I get asked every day for advices on how to start a business…I keep telling people “if you do it because you imagine a life of working whenever you like or a life of glossy exotic pictures on Instagram, please save yourself from a disaster.” If you want to be self-employed, start your own business, freelance and any variation of it please make sure you know deeply your level of comfort or discomfort around failure. Because, of one thing I am sure, at a certain point you will fail. It doesn't mean you will go bankrupt or lose all your possessions but I can guarantee you that some of your brilliant plans will fail.
I did fail. Oh yes, and it took me a long time to realise an important distinction between me and my business. Being the high-achiever I am I identified with what I do. I kept telling to everyone else around me that I had a reason for it. Not because I was stupid, of course not. It was because I had created a business out of my deepest desire, a very personal desire hence, I had all the rights to claim my identification with my business. Till, one day, on my daily walk I clearly heard a voice (my unconscious) saying “you are not your business”. A big heavy weight dropped off my shoulders. I eventually saw it…my business, even if very personal, totally aligned to my life’s purpose, it is not me and I am not it.
It shifted the whole perception and level of energy I had around it. Till that moment anything that wouldn't go as I planned or expected to, was a personal rejection. I am an introvert and the weight I was carrying around got so heavy I became even more introverted to the point of isolation. I was so tired to carry around guilt, shame, judgement that there were days I had no energy anymore to do what I love.
What did I learn from it? I learnt I was there to serve my business and be open and flexible to shift plans when necessary for the prosperity of my business. It is much easier to do so when we do not identify with the plan itself. I have also learnt a few more lessons on my self-limiting beliefs. As painful as it was to carry around such a burden (self-inflicted) it was nothing in comparison to the moment when I realised that most of what I believed to be true about myself and my work was false or, at least, deeply flawed in its logic. It is scary and painful to see or even imagine the bubble of illusion of who you are burst.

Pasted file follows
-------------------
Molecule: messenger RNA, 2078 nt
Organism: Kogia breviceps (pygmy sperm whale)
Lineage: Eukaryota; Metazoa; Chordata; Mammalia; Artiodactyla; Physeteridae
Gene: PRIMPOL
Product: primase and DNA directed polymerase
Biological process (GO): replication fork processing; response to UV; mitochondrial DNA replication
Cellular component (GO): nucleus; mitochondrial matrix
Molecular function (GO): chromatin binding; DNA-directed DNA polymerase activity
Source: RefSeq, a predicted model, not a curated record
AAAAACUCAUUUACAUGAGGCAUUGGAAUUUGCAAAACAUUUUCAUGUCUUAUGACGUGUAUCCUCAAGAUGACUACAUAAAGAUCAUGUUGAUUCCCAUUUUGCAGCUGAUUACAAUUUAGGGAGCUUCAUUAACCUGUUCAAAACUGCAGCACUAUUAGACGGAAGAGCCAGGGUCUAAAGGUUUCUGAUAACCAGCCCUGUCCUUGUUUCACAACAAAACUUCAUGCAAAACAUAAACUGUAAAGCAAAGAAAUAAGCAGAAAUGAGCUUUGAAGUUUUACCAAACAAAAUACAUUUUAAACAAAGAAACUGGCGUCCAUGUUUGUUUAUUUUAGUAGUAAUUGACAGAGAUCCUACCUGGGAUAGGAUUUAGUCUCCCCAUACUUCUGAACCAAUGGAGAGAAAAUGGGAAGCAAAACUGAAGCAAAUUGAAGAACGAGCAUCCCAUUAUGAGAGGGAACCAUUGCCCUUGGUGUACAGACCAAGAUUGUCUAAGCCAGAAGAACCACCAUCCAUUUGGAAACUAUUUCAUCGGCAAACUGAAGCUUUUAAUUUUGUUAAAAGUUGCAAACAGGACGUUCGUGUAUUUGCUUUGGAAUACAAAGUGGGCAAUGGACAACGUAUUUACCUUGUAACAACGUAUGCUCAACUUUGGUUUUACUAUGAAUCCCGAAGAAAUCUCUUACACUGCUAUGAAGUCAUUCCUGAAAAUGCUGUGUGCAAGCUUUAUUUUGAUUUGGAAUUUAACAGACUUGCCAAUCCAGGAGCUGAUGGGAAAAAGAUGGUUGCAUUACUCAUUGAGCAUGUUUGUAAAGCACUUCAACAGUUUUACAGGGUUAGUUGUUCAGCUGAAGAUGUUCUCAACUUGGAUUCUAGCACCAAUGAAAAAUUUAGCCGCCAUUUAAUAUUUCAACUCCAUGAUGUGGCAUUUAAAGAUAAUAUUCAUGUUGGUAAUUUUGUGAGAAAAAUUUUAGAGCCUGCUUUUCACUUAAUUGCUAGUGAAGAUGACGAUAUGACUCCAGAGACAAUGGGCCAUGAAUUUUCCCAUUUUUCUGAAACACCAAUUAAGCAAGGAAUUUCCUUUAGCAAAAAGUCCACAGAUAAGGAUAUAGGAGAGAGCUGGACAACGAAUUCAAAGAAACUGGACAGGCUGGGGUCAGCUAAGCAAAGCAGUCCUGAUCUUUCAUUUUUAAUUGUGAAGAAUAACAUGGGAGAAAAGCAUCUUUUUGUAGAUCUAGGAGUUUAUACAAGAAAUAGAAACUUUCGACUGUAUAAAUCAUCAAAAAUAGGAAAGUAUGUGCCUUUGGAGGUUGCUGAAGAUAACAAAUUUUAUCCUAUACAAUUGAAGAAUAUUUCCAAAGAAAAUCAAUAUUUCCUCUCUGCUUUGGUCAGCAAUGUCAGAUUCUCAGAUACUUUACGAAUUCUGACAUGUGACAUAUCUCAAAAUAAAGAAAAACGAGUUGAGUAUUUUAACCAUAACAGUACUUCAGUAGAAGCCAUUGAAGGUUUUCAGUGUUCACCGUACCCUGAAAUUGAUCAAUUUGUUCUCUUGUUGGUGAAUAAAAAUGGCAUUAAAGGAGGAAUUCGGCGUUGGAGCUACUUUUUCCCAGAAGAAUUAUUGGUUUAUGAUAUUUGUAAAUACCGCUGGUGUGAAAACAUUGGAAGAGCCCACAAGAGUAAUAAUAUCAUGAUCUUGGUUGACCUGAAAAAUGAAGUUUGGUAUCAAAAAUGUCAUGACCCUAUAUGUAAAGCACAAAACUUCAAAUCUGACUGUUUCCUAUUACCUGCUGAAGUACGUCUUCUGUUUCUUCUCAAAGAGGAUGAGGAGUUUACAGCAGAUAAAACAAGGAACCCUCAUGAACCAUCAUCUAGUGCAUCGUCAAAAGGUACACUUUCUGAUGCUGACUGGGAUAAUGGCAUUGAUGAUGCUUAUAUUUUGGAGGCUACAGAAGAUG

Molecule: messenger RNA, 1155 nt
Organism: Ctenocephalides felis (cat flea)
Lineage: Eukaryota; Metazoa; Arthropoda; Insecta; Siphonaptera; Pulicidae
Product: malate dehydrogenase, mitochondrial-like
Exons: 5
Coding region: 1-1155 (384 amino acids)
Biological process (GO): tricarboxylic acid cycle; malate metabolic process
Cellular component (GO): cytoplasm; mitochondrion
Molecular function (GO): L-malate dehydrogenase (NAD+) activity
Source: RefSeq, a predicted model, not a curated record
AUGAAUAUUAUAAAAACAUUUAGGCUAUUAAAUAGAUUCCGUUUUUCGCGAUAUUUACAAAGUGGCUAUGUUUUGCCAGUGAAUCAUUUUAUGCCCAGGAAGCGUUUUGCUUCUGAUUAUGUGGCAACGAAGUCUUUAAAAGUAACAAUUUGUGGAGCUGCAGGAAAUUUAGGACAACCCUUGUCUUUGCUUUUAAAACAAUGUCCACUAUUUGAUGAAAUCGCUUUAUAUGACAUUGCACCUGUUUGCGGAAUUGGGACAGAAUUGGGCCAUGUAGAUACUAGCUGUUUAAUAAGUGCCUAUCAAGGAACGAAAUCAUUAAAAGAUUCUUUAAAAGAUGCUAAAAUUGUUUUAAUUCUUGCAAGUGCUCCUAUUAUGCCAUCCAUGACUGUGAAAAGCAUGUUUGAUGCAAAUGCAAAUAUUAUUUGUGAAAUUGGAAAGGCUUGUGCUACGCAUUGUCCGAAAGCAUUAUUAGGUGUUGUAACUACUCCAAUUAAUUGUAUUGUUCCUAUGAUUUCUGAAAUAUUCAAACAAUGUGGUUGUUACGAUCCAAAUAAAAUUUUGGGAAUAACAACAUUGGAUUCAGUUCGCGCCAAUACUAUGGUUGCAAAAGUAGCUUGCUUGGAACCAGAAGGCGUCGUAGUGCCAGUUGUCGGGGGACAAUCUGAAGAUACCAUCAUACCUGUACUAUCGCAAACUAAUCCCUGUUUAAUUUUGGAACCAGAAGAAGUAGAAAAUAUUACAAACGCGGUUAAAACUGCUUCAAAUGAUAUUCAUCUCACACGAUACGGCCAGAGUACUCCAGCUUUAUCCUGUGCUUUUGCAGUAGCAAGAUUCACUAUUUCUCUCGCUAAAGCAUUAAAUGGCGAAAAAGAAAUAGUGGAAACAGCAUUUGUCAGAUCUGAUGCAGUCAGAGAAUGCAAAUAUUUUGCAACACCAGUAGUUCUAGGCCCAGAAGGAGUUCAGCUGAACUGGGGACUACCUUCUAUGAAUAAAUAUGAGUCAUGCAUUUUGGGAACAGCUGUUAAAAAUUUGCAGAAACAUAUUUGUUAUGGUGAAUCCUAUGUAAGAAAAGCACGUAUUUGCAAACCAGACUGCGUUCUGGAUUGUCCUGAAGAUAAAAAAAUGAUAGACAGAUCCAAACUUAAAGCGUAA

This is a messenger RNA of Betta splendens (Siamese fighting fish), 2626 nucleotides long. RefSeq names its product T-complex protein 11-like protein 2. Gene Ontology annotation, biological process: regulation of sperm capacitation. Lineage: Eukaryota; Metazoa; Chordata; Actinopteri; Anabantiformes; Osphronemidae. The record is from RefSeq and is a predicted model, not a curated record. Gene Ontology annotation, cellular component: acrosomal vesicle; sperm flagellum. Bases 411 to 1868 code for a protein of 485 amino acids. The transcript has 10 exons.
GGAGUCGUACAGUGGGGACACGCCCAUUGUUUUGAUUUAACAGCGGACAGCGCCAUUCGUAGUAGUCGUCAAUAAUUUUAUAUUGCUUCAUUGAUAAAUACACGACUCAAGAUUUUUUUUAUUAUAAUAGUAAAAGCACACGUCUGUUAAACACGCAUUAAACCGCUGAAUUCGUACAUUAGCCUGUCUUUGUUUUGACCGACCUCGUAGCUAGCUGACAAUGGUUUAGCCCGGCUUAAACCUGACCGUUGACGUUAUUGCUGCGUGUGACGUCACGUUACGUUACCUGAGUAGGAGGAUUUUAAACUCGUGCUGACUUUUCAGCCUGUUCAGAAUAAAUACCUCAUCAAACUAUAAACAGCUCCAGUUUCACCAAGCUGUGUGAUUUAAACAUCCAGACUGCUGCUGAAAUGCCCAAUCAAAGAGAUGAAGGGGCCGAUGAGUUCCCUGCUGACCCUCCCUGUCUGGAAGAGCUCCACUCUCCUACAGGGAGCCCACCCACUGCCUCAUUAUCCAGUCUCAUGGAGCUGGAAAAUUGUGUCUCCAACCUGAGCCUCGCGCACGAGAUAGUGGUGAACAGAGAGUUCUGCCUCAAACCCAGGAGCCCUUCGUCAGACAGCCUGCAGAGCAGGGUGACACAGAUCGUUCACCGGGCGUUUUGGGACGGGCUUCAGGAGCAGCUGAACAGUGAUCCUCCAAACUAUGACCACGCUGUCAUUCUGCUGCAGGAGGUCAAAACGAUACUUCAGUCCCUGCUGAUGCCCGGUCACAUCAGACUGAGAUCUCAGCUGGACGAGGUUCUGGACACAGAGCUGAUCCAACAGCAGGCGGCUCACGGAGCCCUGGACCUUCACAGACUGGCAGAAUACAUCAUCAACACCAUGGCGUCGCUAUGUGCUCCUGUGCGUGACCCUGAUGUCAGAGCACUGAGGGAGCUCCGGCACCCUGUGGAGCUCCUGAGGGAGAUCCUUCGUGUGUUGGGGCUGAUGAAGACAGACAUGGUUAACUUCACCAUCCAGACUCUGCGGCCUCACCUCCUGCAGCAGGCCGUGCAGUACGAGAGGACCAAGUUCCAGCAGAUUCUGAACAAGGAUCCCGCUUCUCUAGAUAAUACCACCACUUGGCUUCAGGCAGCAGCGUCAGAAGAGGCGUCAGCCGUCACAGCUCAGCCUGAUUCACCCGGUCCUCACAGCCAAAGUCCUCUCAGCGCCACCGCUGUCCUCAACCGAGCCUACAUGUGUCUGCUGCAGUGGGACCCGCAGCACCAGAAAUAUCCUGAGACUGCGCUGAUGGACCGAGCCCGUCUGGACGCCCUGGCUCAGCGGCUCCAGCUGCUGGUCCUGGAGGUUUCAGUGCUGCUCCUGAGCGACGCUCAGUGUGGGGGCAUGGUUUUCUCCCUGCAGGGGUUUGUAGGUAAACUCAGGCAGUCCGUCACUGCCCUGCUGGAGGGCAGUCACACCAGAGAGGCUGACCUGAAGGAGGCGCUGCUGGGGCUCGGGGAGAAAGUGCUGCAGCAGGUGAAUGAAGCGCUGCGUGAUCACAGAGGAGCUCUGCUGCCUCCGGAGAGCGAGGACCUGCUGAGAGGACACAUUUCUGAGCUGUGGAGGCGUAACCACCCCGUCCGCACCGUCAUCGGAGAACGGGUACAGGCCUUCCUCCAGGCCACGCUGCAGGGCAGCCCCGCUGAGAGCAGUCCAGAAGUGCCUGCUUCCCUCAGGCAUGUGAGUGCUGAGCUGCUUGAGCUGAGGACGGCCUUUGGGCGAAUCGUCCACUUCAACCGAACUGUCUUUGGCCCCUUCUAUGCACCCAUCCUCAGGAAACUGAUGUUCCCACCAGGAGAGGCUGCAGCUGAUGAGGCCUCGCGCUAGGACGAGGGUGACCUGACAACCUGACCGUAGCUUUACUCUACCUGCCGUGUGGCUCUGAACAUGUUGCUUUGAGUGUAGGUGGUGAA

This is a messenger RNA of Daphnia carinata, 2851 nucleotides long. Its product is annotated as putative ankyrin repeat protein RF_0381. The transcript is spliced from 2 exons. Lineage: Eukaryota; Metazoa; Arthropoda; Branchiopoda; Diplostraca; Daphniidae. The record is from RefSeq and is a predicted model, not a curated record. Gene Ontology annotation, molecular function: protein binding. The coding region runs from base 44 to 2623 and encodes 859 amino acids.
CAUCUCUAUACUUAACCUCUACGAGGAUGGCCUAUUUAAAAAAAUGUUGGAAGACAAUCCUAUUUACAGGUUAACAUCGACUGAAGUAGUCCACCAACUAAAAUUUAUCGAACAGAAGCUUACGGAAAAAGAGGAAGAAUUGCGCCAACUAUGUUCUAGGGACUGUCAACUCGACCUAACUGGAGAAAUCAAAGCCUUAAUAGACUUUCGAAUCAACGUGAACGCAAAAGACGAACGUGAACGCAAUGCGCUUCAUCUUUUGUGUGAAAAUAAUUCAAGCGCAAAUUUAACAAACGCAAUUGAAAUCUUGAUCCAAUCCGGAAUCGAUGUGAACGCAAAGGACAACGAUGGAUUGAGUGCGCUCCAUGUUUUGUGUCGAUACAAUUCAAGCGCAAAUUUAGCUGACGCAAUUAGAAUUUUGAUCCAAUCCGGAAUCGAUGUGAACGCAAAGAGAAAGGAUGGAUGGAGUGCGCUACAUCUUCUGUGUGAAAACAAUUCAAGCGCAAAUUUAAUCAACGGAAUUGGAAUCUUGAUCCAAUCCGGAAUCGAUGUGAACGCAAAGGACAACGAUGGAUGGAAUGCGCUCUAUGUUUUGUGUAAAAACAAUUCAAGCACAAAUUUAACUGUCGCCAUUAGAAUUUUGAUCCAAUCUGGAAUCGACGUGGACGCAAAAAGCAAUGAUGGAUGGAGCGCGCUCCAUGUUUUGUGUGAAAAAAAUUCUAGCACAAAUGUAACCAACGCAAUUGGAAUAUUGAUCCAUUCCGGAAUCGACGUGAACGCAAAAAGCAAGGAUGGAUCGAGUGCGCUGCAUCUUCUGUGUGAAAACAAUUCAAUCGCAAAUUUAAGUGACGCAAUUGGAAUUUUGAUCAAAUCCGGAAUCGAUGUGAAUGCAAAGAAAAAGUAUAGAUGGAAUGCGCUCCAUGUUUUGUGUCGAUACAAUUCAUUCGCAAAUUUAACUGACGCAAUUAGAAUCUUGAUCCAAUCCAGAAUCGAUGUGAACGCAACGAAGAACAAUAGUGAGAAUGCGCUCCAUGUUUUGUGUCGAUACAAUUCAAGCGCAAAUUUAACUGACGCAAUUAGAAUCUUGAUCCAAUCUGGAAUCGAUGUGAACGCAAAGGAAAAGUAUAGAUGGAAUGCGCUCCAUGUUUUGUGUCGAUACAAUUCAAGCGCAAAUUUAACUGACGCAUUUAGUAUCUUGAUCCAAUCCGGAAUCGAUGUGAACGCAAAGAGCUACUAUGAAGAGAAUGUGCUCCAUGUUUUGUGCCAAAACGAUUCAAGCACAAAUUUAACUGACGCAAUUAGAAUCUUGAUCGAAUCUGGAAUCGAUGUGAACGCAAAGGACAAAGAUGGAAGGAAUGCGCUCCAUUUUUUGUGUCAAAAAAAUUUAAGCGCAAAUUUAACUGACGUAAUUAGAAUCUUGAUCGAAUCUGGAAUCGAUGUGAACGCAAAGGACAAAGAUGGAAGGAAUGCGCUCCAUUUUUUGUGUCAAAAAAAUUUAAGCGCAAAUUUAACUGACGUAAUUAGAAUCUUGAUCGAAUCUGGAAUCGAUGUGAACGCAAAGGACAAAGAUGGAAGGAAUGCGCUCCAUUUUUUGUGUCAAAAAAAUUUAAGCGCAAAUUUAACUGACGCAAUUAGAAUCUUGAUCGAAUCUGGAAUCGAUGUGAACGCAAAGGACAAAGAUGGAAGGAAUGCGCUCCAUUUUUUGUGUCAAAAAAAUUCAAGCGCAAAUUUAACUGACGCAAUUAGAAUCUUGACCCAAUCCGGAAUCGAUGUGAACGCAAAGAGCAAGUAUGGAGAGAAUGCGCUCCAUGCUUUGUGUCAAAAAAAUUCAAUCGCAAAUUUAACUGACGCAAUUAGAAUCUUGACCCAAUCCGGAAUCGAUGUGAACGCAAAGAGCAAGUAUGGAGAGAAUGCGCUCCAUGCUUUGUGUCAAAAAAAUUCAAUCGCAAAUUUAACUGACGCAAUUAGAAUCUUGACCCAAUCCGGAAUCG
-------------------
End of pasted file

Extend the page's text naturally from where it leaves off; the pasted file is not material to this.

As I started taking some distance to build healthier boundaries I started to identify new possibilities to make my business succeed. New collaborations appeared on my path as well as a renewed clarity on my identity.
It did shake my life, I cannot deny that. For a moment I felt I had lost my sense of security and comfort. If you have been following my work or read my book of poetry The Whisper you know that one of my dearest value is integrity (being whole, complete). The integrity to heal our fragmentation and make us whole again needs us to be willing to question the fundamental assumptions upon which our life has been built on. I had in past years, and more recent days, ignored the tiny little voice of the Whisper because I was not willing to risk losing what I had built with decades of sacrifice. The cost of it? My deepest longing was not fulfilled. I almost fell in the same trap when I wasn't willing to question the reasons that led me to identify who I am with the business I have built.
Take some time to reflect on:
- How do you define failure?
- Do you feel a failure when something in your life doesn't go the way you planned?
- Do you base your self-worth upon your achievements?
So going back up a few paragraphs where I wrote "I did fail". That needs a correction. I did not fail. Some of my plans failed and required a correction not a self-punishment.
Next time you find yourself saying I did fail, please pause and ask yourself: "Did I fail as a person or my plans failed?" It’s a question you can ask yourself either you plan to start your own business or not.